Boy, here's the main thing I learned about directing, that I think is incredibly helpful and that I learned from Pete Docter: it's to give the people that you're working with trust to bring ideas to the table. I'll give you an example: if I'm working with an animator, I will tell them the intent of what a shot needs to be. I will say, "This shot is all about Joy feeling jealous that Anxiety is driving on the console better than she could. But she doesn't want to tell her that, she just wants to take control back." I tell them what I'm trying to get out of the scene, but I don't tell them how to do it. And then, I'm going to get some really great ideas that I would have never thought of. I think where a lot of new directors go wrong is they think, "I need to be clear with what I want, and so I'm going to tell them I want this, this, and this," and that will shut down any new ideas from coming to you.

Who knows if there will be an Inside Out 3 — I personally hope there will be — but is there an age you would be most excited to revisit Riley and see what Headquarters is like then in another movie?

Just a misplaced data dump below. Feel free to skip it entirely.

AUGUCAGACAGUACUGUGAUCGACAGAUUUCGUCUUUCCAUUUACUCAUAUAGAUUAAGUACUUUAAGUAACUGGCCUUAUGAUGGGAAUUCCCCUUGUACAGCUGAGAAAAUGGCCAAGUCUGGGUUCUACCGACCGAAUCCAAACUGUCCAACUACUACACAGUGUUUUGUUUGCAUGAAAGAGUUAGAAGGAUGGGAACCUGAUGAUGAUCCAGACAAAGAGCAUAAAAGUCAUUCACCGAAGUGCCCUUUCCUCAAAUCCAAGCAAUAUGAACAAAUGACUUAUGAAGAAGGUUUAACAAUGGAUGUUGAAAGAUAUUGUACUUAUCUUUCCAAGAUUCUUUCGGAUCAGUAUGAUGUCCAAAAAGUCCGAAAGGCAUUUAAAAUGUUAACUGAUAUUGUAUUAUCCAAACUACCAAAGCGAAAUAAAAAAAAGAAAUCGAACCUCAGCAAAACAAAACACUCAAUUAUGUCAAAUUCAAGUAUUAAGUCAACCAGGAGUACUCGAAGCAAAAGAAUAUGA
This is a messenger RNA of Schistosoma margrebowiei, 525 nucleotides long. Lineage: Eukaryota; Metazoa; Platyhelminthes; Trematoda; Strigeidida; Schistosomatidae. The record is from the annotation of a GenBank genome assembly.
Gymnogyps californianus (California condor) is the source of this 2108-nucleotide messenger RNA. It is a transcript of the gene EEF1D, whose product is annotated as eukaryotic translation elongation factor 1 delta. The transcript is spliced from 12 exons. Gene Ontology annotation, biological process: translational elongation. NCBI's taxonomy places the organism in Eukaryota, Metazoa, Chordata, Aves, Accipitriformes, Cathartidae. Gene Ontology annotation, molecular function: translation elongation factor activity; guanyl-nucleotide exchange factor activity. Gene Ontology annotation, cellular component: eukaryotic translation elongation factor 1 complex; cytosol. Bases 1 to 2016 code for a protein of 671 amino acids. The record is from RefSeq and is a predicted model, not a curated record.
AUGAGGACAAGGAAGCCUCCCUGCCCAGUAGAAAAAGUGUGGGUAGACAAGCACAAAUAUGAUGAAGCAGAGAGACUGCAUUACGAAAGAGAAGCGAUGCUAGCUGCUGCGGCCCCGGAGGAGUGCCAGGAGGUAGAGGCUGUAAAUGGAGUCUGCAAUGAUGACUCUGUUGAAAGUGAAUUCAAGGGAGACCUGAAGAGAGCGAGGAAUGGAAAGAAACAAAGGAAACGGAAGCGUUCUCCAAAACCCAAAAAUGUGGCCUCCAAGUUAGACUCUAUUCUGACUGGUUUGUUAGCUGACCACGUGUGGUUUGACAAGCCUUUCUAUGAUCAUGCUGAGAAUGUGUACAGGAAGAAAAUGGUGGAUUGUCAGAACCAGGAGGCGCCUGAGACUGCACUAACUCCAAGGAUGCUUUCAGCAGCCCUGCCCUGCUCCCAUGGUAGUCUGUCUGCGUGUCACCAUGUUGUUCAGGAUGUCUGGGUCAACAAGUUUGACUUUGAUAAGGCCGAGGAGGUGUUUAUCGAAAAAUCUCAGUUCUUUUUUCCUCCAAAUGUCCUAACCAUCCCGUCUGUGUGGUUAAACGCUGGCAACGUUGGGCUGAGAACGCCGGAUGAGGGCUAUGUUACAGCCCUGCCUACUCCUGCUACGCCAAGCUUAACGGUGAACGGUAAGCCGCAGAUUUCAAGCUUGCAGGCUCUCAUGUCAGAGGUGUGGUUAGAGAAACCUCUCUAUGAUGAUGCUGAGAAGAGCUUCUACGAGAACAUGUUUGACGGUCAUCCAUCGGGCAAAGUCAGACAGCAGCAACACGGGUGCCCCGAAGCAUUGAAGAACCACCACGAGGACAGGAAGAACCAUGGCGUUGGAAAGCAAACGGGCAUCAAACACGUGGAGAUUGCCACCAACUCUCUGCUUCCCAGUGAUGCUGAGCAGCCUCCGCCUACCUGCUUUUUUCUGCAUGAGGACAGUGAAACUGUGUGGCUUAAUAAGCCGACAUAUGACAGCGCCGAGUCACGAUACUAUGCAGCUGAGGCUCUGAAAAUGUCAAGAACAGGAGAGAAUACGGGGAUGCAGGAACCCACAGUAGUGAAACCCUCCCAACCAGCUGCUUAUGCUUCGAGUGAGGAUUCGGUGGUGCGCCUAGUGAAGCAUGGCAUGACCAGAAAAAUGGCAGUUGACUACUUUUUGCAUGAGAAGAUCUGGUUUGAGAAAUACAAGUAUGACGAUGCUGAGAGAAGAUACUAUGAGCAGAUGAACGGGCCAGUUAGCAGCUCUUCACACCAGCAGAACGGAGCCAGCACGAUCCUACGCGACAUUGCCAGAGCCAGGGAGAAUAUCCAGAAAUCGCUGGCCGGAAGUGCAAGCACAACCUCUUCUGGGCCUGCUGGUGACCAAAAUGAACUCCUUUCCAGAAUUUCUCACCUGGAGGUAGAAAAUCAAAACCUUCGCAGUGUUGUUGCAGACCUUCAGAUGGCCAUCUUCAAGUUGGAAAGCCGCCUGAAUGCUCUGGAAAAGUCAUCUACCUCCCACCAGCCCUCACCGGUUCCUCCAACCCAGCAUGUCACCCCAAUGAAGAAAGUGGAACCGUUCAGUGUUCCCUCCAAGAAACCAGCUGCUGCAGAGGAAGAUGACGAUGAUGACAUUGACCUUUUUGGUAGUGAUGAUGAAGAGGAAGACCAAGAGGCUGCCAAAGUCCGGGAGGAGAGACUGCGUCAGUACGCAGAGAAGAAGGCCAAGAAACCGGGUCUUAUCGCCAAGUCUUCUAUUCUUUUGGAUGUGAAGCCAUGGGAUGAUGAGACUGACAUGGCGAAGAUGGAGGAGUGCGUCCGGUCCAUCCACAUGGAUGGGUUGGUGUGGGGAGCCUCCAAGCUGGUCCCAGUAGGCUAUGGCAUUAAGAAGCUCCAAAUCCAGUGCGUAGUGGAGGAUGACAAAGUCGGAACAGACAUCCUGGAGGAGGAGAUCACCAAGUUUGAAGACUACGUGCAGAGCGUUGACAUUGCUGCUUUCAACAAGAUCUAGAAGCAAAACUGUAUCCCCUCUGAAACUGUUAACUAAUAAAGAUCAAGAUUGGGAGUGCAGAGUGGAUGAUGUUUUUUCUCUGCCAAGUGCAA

Oh my goodness. I love this world. I love playing in it. It's really fun to come up with ideas. And there are so many ideas that we came up with on the first movie and definitely on the second movie of fun characters and fun locations, but I didn't know how to put it in this movie. I didn't need them to tell Riley's story. So, I have a whole shelf in my mind of all these ideas that need to see the light of day, but I have no idea where the future's going to go with the Inside Out world. I think there's lots of opportunities for new things out there, but I'm just really happy that we're at this point where we have Inside Out 2 for everyone to go see.

By John Boone


Your Guide to 2024's Most-Anticipated Summer Movies

The Ocean Calls for a New Adventure in 'Moana 2' Trailer

The Lasting Influence of 'Toy Story': How the Beloved Film Changed Animation